Be it ordained by the common council of the city of Owensboro:
Sec. 1. That hereafter every person, firm, company, and corporation engaged in the business of furnishing water to consumers thereof in the city of Owensboro, shall furnish the same to such consumers thereof for domestic and manufacturing purposes and uses, and for all other purposes and uses, at rates and prices not exceeding the rates and prices herein named and fixed, which rates and prices are deemed reasonable and just; that is to say, water shall be furnished to all mills, laundries, saloons, distilleries, breweries, livery stables, ice factories, hotels, street railway companies, and all factories and manufacturing establishments of every kind, at the following-named rates, subject to the exceptions contained in section two (2) of this ordinance, to wit:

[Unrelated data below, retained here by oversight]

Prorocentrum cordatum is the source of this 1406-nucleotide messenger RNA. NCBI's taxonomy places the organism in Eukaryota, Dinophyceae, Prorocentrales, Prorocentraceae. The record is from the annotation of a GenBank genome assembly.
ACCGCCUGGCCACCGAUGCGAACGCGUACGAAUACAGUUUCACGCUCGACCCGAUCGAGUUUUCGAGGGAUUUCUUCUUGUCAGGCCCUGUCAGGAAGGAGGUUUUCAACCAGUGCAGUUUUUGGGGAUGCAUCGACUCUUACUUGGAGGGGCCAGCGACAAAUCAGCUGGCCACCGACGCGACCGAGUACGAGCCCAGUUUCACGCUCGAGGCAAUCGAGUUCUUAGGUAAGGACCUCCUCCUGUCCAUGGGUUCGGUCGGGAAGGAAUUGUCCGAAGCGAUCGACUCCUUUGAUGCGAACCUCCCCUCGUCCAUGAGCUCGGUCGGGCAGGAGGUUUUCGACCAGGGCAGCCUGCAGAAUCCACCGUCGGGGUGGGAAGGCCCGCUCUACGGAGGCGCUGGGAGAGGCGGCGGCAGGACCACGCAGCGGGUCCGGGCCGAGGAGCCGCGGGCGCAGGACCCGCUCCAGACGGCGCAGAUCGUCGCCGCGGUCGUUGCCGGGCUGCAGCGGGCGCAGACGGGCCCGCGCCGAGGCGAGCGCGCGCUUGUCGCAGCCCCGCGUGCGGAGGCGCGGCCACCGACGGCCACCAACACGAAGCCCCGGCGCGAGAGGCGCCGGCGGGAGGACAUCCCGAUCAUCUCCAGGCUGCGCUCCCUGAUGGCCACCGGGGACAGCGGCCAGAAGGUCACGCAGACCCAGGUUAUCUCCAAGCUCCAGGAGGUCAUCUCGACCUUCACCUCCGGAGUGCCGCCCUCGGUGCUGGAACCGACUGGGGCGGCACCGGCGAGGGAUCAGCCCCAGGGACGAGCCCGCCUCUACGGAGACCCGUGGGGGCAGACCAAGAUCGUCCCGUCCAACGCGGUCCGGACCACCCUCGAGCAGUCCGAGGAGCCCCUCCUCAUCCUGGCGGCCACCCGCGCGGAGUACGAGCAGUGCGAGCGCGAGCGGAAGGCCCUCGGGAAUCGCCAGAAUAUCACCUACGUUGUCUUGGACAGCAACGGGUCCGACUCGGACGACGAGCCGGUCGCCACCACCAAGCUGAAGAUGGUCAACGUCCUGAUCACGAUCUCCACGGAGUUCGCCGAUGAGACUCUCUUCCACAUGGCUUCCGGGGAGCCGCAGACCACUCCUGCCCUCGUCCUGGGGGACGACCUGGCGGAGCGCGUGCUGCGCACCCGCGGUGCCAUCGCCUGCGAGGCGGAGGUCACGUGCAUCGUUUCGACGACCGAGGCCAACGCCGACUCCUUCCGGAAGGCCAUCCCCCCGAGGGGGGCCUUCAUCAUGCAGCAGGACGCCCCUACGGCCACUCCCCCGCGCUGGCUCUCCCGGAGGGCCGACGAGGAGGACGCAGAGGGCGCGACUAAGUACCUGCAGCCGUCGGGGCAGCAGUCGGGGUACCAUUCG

(1) In all cases where the amount of water consumed averages 2,000 gallons per day, or less, estimated by the month, $.10 per thousand gallons; (2) where the daily consumption of water averages 2,000 gallons, or more, and less than 4,000 gallons, estimated by the month, $.09 per thousand gallons; (3) where the daily consumption of water averages 4,000 gallons, or more, and less than 10,000 gallons, estimated by the month, $. 08 per thousand gallons; (4) where the daily consumption of water averages 10,000 gallons, or more, and less than 15,000 gallons, estimated by the month, $.07 per thousand gallons; (5) where the daily consumption of water averages 15,000 gallons, or more, and less than 25,000 gallons, estimated by the month, $.05 per thousand gallons; (6) where the daily consumption of water averages 25,000 gallons, or more, and less than 40,000 gallons, estimated by the month, $.04 per thousand gallons; (7) where the daily consumption of water averages 40,000 gallons, or more, estimated by the month, $.03 1/2 per thousand gallons.